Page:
Korea Says ‘Uneven Playing Field’ Exposing Elderly to Losses
(Bloomberg) -- South Korean regulators criticized banks for selling complex and super-risky derivative products to individuals, accusing the financial institutions of thinking more about their interest than protecting investors.
There’s an “uneven playing field” in financial markets for individual investors getting into the products, Won Seung-yeon, senior deputy governor of Financial Supervisory Service, told reporters Tuesday. They may not be fully informed that the derivatives carry the risk of buyers losing almost all their money.
There were problems in product design, manufacture and sales of derivative-linked securities or funds tied to overseas rates, including sellers giving improper advice, not following sales procedures, and a lack of risk management and internal controls, Won said at a briefing on interim findings of its probe.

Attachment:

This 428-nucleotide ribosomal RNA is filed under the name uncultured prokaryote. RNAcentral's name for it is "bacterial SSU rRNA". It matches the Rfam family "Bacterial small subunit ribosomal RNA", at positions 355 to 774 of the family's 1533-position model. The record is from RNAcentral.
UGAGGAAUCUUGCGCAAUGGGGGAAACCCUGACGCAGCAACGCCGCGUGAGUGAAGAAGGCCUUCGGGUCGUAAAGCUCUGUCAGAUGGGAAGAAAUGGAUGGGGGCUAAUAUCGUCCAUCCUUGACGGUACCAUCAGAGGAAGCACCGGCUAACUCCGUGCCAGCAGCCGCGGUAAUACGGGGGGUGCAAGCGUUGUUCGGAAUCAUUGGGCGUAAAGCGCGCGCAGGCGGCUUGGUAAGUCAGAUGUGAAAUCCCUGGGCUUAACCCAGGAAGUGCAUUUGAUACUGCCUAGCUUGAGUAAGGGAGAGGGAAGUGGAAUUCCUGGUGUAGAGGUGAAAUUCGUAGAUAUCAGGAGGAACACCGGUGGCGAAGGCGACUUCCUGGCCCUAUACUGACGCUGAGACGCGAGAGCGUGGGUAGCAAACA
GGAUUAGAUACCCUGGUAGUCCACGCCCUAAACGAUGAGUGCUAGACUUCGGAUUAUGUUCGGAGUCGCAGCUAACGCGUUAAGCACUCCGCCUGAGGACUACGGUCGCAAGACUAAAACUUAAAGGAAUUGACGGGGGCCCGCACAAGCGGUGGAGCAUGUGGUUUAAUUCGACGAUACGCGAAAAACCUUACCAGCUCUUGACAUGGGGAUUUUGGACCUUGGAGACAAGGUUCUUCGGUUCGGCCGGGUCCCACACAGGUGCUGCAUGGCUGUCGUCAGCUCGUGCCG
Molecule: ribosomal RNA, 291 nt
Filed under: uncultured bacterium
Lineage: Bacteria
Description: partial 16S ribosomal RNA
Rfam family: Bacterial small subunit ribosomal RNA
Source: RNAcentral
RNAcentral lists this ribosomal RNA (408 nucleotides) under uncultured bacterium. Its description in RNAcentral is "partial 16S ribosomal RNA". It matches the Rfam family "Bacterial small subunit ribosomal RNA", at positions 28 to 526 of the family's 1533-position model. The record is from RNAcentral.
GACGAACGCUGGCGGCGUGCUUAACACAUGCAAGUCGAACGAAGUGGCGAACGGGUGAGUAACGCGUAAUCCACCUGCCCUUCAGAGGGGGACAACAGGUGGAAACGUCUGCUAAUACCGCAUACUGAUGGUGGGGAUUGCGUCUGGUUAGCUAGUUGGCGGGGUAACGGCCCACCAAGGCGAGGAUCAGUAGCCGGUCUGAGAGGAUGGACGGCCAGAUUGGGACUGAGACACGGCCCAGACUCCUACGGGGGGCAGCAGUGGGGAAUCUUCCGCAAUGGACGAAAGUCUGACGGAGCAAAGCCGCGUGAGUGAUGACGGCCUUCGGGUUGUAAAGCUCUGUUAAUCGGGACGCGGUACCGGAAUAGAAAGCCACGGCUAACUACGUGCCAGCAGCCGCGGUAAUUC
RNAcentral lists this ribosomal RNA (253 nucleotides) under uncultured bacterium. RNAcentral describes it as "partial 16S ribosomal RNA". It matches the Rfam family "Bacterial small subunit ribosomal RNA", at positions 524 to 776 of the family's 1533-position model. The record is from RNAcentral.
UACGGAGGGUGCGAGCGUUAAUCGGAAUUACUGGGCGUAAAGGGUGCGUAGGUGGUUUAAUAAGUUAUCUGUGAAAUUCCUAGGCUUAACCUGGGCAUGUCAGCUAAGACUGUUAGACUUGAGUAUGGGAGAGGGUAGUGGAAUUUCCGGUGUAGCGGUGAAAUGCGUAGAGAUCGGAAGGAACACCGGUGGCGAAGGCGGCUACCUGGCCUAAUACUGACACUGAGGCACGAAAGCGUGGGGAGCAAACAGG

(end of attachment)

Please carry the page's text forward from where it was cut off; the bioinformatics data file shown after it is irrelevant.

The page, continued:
Individual investors hunting for higher returns as interest rates dropped in Korea were the predominant buyers of the derivative products, and the elderly made up a significant portion, regulators’ data suggest. Non-professional investors comprised 98.9% of the about 795 billion won ($663 million) of overseas rate-linked products outstanding as of Aug. 7, and people 60 or older made up about 44% of the total, according to FSS data.
The regulator is continuing to investigate whether products were sold without enough information provided to buyers or whether they had design flaws, and will further probe Woori Bank and Hana Bank, both of which sold the products, Won said.
Hana Bank apologized to its customers that suffered losses from so-called DLS tied to overseas rates, and it will seek various measures to protect investors, the lender said in a statement Tuesday. Woori Bank also said in a statement last week that it will actively seek ways to protect its customers in dispute reconciliation.
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